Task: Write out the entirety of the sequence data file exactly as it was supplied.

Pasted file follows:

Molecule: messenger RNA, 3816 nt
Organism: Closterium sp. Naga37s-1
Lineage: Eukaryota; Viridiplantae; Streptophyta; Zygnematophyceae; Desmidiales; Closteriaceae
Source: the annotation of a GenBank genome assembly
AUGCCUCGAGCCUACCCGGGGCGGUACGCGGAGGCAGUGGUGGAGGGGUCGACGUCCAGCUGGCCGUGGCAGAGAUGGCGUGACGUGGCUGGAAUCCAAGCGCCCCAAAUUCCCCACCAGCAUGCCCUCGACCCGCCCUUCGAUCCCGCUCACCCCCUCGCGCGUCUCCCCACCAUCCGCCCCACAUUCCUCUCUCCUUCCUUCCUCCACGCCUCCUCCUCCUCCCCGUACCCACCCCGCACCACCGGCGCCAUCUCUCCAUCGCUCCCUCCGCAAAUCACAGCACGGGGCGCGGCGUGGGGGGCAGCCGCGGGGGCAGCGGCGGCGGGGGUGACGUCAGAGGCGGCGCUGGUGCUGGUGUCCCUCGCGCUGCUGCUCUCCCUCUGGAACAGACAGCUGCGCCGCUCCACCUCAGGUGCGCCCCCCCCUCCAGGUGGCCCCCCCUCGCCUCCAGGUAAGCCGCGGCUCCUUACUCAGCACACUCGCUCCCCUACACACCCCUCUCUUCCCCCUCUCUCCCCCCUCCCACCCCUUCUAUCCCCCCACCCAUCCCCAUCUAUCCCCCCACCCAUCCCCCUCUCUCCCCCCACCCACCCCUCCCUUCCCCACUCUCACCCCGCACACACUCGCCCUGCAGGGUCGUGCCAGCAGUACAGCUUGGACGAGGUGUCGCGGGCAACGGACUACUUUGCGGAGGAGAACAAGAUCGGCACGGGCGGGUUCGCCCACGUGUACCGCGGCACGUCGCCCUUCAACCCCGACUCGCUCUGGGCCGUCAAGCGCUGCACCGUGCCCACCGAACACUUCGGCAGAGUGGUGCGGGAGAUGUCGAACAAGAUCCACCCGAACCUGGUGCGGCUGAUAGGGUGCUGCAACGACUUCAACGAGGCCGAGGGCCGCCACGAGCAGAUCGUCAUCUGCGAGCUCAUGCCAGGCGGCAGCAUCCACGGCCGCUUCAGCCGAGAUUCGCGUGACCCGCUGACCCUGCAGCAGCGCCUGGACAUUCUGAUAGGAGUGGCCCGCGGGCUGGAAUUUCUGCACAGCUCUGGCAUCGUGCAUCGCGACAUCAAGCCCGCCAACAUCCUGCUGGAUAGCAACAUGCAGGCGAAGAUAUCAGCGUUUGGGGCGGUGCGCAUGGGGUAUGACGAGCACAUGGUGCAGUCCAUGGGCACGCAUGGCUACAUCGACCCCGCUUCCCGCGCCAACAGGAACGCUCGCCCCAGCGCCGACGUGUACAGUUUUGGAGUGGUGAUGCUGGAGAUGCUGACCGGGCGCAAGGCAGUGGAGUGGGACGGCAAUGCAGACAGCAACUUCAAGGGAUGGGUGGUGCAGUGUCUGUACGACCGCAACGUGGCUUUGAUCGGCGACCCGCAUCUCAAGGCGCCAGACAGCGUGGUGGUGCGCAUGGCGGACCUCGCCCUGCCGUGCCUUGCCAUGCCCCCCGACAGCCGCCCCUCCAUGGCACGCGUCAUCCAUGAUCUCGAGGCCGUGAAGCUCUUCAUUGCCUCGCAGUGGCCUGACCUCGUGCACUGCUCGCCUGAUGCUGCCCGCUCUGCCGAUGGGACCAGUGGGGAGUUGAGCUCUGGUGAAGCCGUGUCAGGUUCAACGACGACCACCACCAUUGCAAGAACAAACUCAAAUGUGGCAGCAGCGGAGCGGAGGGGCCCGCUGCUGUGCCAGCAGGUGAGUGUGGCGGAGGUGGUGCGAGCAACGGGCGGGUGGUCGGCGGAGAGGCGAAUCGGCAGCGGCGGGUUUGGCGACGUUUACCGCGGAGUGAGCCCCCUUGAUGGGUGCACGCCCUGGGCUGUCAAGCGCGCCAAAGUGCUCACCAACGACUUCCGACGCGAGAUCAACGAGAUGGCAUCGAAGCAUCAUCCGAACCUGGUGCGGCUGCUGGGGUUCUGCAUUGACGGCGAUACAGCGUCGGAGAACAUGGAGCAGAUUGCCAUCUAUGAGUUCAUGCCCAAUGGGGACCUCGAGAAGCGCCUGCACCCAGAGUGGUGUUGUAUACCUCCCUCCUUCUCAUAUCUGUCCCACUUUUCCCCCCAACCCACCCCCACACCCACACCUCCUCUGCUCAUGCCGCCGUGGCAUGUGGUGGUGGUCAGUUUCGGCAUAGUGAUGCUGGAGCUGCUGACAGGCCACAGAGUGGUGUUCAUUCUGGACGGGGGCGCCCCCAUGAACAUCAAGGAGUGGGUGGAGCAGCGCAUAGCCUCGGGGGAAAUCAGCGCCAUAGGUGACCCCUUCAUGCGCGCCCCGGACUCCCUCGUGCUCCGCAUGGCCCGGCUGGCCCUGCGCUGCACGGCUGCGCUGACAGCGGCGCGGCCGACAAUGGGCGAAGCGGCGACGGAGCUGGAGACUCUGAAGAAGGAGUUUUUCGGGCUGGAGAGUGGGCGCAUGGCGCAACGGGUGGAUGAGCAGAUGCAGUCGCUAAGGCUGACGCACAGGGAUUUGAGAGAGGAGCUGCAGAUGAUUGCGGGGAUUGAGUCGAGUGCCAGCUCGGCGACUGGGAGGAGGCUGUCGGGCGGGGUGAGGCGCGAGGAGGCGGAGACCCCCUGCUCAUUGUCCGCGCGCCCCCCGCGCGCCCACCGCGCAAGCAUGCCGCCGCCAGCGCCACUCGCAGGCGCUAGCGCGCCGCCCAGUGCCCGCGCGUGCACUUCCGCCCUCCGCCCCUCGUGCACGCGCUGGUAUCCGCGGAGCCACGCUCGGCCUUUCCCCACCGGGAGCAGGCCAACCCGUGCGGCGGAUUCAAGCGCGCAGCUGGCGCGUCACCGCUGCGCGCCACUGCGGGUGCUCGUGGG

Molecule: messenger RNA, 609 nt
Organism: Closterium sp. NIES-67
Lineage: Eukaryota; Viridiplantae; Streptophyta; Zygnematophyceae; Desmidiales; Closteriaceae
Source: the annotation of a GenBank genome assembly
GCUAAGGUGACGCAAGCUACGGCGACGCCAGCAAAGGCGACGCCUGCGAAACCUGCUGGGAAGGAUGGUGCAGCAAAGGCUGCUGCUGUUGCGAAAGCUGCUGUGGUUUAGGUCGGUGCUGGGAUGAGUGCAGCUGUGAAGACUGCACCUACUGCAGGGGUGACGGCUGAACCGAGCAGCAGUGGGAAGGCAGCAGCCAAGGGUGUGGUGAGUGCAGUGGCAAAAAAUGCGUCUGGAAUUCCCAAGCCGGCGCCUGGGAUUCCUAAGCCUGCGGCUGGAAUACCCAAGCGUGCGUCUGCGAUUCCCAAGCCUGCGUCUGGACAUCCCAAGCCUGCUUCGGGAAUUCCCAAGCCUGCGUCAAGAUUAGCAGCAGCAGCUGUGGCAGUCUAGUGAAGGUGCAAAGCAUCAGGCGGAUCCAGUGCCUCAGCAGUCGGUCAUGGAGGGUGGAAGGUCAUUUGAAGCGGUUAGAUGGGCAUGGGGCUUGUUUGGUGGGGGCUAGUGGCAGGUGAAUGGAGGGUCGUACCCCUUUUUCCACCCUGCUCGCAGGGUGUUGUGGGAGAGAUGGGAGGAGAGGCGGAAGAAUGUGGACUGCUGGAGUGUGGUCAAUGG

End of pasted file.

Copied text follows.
Molecule: messenger RNA, 3816 nt
Organism: Closterium sp. Naga37s-1
Lineage: Eukaryota; Viridiplantae; Streptophyta; Zygnematophyceae; Desmidiales; Closteriaceae
Source: the annotation of a GenBank genome assembly
AUGCCUCGAGCCUACCCGGGGCGGUACGCGGAGGCAGUGGUGGAGGGGUCGACGUCCAGCUGGCCGUGGCAGAGAUGGCGUGACGUGGCUGGAAUCCAAGCGCCCCAAAUUCCCCACCAGCAUGCCCUCGACCCGCCCUUCGAUCCCGCUCACCCCCUCGCGCGUCUCCCCACCAUCCGCCCCACAUUCCUCUCUCCUUCCUUCCUCCACGCCUCCUCCUCCUCCCCGUACCCACCCCGCACCACCGGCGCCAUCUCUCCAUCGCUCCCUCCGCAAAUCACAGCACGGGGCGCGGCGUGGGGGGCAGCCGCGGGGGCAGCGGCGGCGGGGGUGACGUCAGAGGCGGCGCUGGUGCUGGUGUCCCUCGCGCUGCUGCUCUCCCUCUGGAACAGACAGCUGCGCCGCUCCACCUCAGGUGCGCCCCCCCCUCCAGGUGGCCCCCCCUCGCCUCCAGGUAAGCCGCGGCUCCUUACUCAGCACACUCGCUCCCCUACACACCCCUCUCUUCCCCCUCUCUCCCCCCUCCCACCCCUUCUAUCCCCCCACCCAUCCCCAUCUAUCCCCCCACCCAUCCCCCUCUCUCCCCCCACCCACCCCUCCCUUCCCCACUCUCACCCCGCACACACUCGCCCUGCAGGGUCGUGCCAGCAGUACAGCUUGGACGAGGUGUCGCGGGCAACGGACUACUUUGCGGAGGAGAACAAGAUCGGCACGGGCGGGUUCGCCCACGUGUACCGCGGCACGUCGCCCUUCAACCCCGACUCGCUCUGGGCCGUCAAGCGCUGCACCGUGCCCACCGAACACUUCGGCAGAGUGGUGCGGGAGAUGUCGAACAAGAUCCACCCGAACCUGGUGCGGCUGAUAGGGUGCUGCAACGACUUCAACGAGGCCGAGGGCCGCCACGAGCAGAUCGUCAUCUGCGAGCUCAUGCCAGGCGGCAGCAUCCACGGCCGCUUCAGCCGAGAUUCGCGUGACCCGCUGACCCUGCAGCAGCGCCUGGACAUUCUGAUAGGAGUGGCCCGCGGGCUGGAAUUUCUGCACAGCUCUGGCAUCGUGCAUCGCGACAUCAAGCCCGCCAACAUCCUGCUGGAUAGCAACAUGCAGGCGAAGAUAUCAGCGUUUGGGGCGGUGCGCAUGGGGUAUGACGAGCACAUGGUGCAGUCCAUGGGCACGCAUGGCUACAUCGACCCCGCUUCCCGCGCCAACAGGAACGCUCGCCCCAGCGCCGACGUGUACAGUUUUGGAGUGGUGAUGCUGGAGAUGCUGACCGGGCGCAAGGCAGUGGAGUGGGACGGCAAUGCAGACAGCAACUUCAAGGGAUGGGUGGUGCAGUGUCUGUACGACCGCAACGUGGCUUUGAUCGGCGACCCGCAUCUCAAGGCGCCAGACAGCGUGGUGGUGCGCAUGGCGGACCUCGCCCUGCCGUGCCUUGCCAUGCCCCCCGACAGCCGCCCCUCCAUGGCACGCGUCAUCCAUGAUCUCGAGGCCGUGAAGCUCUUCAUUGCCUCGCAGUGGCCUGACCUCGUGCACUGCUCGCCUGAUGCUGCCCGCUCUGCCGAUGGGACCAGUGGGGAGUUGAGCUCUGGUGAAGCCGUGUCAGGUUCAACGACGACCACCACCAUUGCAAGAACAAACUCAAAUGUGGCAGCAGCGGAGCGGAGGGGCCCGCUGCUGUGCCAGCAGGUGAGUGUGGCGGAGGUGGUGCGAGCAACGGGCGGGUGGUCGGCGGAGAGGCGAAUCGGCAGCGGCGGGUUUGGCGACGUUUACCGCGGAGUGAGCCCCCUUGAUGGGUGCACGCCCUGGGCUGUCAAGCGCGCCAAAGUGCUCACCAACGACUUCCGACGCGAGAUCAACGAGAUGGCAUCGAAGCAUCAUCCGAACCUGGUGCGGCUGCUGGGGUUCUGCAUUGACGGCGAUACAGCGUCGGAGAACAUGGAGCAGAUUGCCAUCUAUGAGUUCAUGCCCAAUGGGGACCUCGAGAAGCGCCUGCACCCAGAGUGGUGUUGUAUACCUCCCUCCUUCUCAUAUCUGUCCCACUUUUCCCCCCAACCCACCCCCACACCCACACCUCCUCUGCUCAUGCCGCCGUGGCAUGUGGUGGUGGUCAGUUUCGGCAUAGUGAUGCUGGAGCUGCUGACAGGCCACAGAGUGGUGUUCAUUCUGGACGGGGGCGCCCCCAUGAACAUCAAGGAGUGGGUGGAGCAGCGCAUAGCCUCGGGGGAAAUCAGCGCCAUAGGUGACCCCUUCAUGCGCGCCCCGGACUCCCUCGUGCUCCGCAUGGCCCGGCUGGCCCUGCGCUGCACGGCUGCGCUGACAGCGGCGCGGCCGACAAUGGGCGAAGCGGCGACGGAGCUGGAGACUCUGAAGAAGGAGUUUUUCGGGCUGGAGAGUGGGCGCAUGGCGCAACGGGUGGAUGAGCAGAUGCAGUCGCUAAGGCUGACGCACAGGGAUUUGAGAGAGGAGCUGCAGAUGAUUGCGGGGAUUGAGUCGAGUGCCAGCUCGGCGACUGGGAGGAGGCUGUCGGGCGGGGUGAGGCGCGAGGAGGCGGAGACCCCCUGCUCAUUGUCCGCGCGCCCCCCGCGCGCCCACCGCGCAAGCAUGCCGCCGCCAGCGCCACUCGCAGGCGCUAGCGCGCCGCCCAGUGCCCGCGCGUGCACUUCCGCCCUCCGCCCCUCGUGCACGCGCUGGUAUCCGCGGAGCCACGCUCGGCCUUUCCCCACCGGGAGCAGGCCAACCCGUGCGGCGGAUUCAAGCGCGCAGCUGGCGCGUCACCGCUGCGCGCCACUGCGGGUGCUCGUGGG

Molecule: messenger RNA, 609 nt
Organism: Closterium sp. NIES-67
Lineage: Eukaryota; Viridiplantae; Streptophyta; Zygnematophyceae; Desmidiales; Closteriaceae
Source: the annotation of a GenBank genome assembly
GCUAAGGUGACGCAAGCUACGGCGACGCCAGCAAAGGCGACGCCUGCGAAACCUGCUGGGAAGGAUGGUGCAGCAAAGGCUGCUGCUGUUGCGAAAGCUGCUGUGGUUUAGGUCGGUGCUGGGAUGAGUGCAGCUGUGAAGACUGCACCUACUGCAGGGGUGACGGCUGAACCGAGCAGCAGUGGGAAGGCAGCAGCCAAGGGUGUGGUGAGUGCAGUGGCAAAAAAUGCGUCUGGAAUUCCCAAGCCGGCGCCUGGGAUUCCUAAGCCUGCGGCUGGAAUACCCAAGCGUGCGUCUGCGAUUCCCAAGCCUGCGUCUGGACAUCCCAAGCCUGCUUCGGGAAUUCCCAAGCCUGCGUCAAGAUUAGCAGCAGCAGCUGUGGCAGUCUAGUGAAGGUGCAAAGCAUCAGGCGGAUCCAGUGCCUCAGCAGUCGGUCAUGGAGGGUGGAAGGUCAUUUGAAGCGGUUAGAUGGGCAUGGGGCUUGUUUGGUGGGGGCUAGUGGCAGGUGAAUGGAGGGUCGUACCCCUUUUUCCACCCUGCUCGCAGGGUGUUGUGGGAGAGAUGGGAGGAGAGGCGGAAGAAUGUGGACUGCUGGAGUGUGGUCAAUGG